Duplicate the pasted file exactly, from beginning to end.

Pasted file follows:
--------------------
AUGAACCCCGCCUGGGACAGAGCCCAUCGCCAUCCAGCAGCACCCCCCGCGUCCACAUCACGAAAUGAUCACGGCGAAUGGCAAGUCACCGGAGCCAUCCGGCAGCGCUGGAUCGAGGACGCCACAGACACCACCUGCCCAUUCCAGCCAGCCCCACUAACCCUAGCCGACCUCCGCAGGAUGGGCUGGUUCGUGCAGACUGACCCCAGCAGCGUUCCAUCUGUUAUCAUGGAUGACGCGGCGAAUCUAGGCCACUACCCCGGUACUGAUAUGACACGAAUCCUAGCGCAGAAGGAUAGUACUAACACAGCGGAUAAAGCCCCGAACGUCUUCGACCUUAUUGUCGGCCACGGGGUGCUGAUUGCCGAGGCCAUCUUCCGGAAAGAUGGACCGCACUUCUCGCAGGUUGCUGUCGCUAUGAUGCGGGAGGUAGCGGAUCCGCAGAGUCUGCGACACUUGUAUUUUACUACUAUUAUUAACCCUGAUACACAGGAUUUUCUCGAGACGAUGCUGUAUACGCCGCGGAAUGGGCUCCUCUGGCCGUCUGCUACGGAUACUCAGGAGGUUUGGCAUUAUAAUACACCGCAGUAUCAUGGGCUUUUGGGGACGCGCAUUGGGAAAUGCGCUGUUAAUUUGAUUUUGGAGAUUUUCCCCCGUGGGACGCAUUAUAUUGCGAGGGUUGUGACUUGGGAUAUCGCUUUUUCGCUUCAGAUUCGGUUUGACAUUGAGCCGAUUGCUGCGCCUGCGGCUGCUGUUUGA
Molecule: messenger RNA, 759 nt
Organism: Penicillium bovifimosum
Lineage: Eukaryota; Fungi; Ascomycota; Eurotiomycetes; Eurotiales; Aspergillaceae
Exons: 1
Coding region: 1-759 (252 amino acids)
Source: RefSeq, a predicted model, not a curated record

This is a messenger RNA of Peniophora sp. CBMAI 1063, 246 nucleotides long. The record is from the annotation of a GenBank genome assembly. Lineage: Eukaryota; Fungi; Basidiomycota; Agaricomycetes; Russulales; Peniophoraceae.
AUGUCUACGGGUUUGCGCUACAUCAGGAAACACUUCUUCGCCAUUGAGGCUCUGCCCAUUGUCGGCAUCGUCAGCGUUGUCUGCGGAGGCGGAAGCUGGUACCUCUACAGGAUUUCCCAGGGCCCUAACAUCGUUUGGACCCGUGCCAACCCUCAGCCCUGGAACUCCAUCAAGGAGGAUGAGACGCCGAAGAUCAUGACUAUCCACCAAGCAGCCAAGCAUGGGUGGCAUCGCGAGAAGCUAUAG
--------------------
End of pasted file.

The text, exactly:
AUGAACCCCGCCUGGGACAGAGCCCAUCGCCAUCCAGCAGCACCCCCCGCGUCCACAUCACGAAAUGAUCACGGCGAAUGGCAAGUCACCGGAGCCAUCCGGCAGCGCUGGAUCGAGGACGCCACAGACACCACCUGCCCAUUCCAGCCAGCCCCACUAACCCUAGCCGACCUCCGCAGGAUGGGCUGGUUCGUGCAGACUGACCCCAGCAGCGUUCCAUCUGUUAUCAUGGAUGACGCGGCGAAUCUAGGCCACUACCCCGGUACUGAUAUGACACGAAUCCUAGCGCAGAAGGAUAGUACUAACACAGCGGAUAAAGCCCCGAACGUCUUCGACCUUAUUGUCGGCCACGGGGUGCUGAUUGCCGAGGCCAUCUUCCGGAAAGAUGGACCGCACUUCUCGCAGGUUGCUGUCGCUAUGAUGCGGGAGGUAGCGGAUCCGCAGAGUCUGCGACACUUGUAUUUUACUACUAUUAUUAACCCUGAUACACAGGAUUUUCUCGAGACGAUGCUGUAUACGCCGCGGAAUGGGCUCCUCUGGCCGUCUGCUACGGAUACUCAGGAGGUUUGGCAUUAUAAUACACCGCAGUAUCAUGGGCUUUUGGGGACGCGCAUUGGGAAAUGCGCUGUUAAUUUGAUUUUGGAGAUUUUCCCCCGUGGGACGCAUUAUAUUGCGAGGGUUGUGACUUGGGAUAUCGCUUUUUCGCUUCAGAUUCGGUUUGACAUUGAGCCGAUUGCUGCGCCUGCGGCUGCUGUUUGA
Molecule: messenger RNA, 759 nt
Organism: Penicillium bovifimosum
Lineage: Eukaryota; Fungi; Ascomycota; Eurotiomycetes; Eurotiales; Aspergillaceae
Exons: 1
Coding region: 1-759 (252 amino acids)
Source: RefSeq, a predicted model, not a curated record

This is a messenger RNA of Peniophora sp. CBMAI 1063, 246 nucleotides long. The record is from the annotation of a GenBank genome assembly. Lineage: Eukaryota; Fungi; Basidiomycota; Agaricomycetes; Russulales; Peniophoraceae.
AUGUCUACGGGUUUGCGCUACAUCAGGAAACACUUCUUCGCCAUUGAGGCUCUGCCCAUUGUCGGCAUCGUCAGCGUUGUCUGCGGAGGCGGAAGCUGGUACCUCUACAGGAUUUCCCAGGGCCCUAACAUCGUUUGGACCCGUGCCAACCCUCAGCCCUGGAACUCCAUCAAGGAGGAUGAGACGCCGAAGAUCAUGACUAUCCACCAAGCAGCCAAGCAUGGGUGGCAUCGCGAGAAGCUAUAG